"Kafka on the Shore" by Haruki Murakami (Strange good -- but I'm not sure if I liked it as much as liked "The Wild Sheep Chase")

"One hundred years of solitude" by Gabriel Garcí­a Márquez (Very slow, had a hard time honestly)

"Gone Girl" by Gillian Flynn (A fast, exciting read but found the ending unsatisfying. But would recommend)

"Still Life with Woodpecker" by Tom Robbins (Fantastic prose, fantastical characters and situations. Will read more from him)

And for technical books, I read "The Art of Agile Development". Was alright.

This will be an unlikely HN entry, but as there was not pre-requirement, I thoroughly enjoyed a French book named "Peste et Cholera" by Patrick Deville, about Alexandre Yersin [1]. Yersin is mostly known for identified the bacillus responsible for the plague [2]. Not that it relates to our field, but the guy's dedication and hard-work was inspiring (similarly, Pasteur's life is quite interesting to read about).

Also out of our usual targets here, though somewhat more related, I enjoyed "Hard-Boiled Wonderland and the End of the World" [3] by Haruki Murakami. I found the universes interesting and enjoyed the setting of a world were programmers learn to compute and encrypt things in their brains (even if it's a small part of the story).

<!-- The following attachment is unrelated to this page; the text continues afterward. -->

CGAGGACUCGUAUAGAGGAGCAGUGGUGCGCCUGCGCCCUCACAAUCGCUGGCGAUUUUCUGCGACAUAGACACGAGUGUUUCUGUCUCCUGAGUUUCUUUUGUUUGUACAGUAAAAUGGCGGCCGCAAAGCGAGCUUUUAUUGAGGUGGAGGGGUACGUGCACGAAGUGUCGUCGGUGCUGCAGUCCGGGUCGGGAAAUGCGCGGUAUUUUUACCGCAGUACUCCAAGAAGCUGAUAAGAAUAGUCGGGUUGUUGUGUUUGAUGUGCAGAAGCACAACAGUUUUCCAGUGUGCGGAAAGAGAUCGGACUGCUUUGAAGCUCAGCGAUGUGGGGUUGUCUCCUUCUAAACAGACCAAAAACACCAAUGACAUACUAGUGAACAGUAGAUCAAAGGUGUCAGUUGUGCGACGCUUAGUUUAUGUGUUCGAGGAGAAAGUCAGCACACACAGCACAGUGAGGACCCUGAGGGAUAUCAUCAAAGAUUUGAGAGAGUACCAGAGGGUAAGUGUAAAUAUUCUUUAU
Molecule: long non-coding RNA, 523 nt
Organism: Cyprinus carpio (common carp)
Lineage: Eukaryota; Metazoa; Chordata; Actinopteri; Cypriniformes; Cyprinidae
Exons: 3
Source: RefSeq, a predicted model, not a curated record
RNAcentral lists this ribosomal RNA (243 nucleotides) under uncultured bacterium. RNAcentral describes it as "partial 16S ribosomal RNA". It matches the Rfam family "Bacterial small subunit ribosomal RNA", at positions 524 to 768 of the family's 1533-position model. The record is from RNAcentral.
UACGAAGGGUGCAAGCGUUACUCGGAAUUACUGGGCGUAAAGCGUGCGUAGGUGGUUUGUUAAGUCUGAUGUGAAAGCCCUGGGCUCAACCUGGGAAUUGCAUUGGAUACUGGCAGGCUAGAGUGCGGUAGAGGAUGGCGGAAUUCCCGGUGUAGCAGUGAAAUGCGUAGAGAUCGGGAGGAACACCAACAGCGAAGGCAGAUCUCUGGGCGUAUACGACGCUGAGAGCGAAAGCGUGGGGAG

[1] https://en.wikipedia.org/wiki/Alexandre_Yersin

[2] https://en.wikipedia.org/wiki/Yersinia_pestis

[3] https://en.wikipedia.org/wiki/Hard-Boiled_Wonderland_and_the...


"The World's Toughest Endurance Challenges" - Very nicely illustrated

"Thing Explainer: Complicated Stuff in Simple Words" - Extremely enjoyable. People here certainly are aware of xkcd and it's type of humor.


"Functional programming in Scala" - good read for Scala beginners, especially after "Scala for the Impatient"

"Learning Spark" - the best book on Spark so far

"Assessing and Improving Prediction and Classification" - couple of interesting ideas for ML and Data Science

"Neural Network Design" - Quite basic, but I like the flow and introducing mathematical concepts just before they're needed.

"The Long Earth" - Terry Pratchett and Stephen Baxter - First in trilogy about parallel worlds; the combination of those two authors makes it both fanciful and grounded, which is a bit odd.

"Clockwork Rocket" - Greg Egan - First in the Orthagonal trilogy; An alien story where physics is different.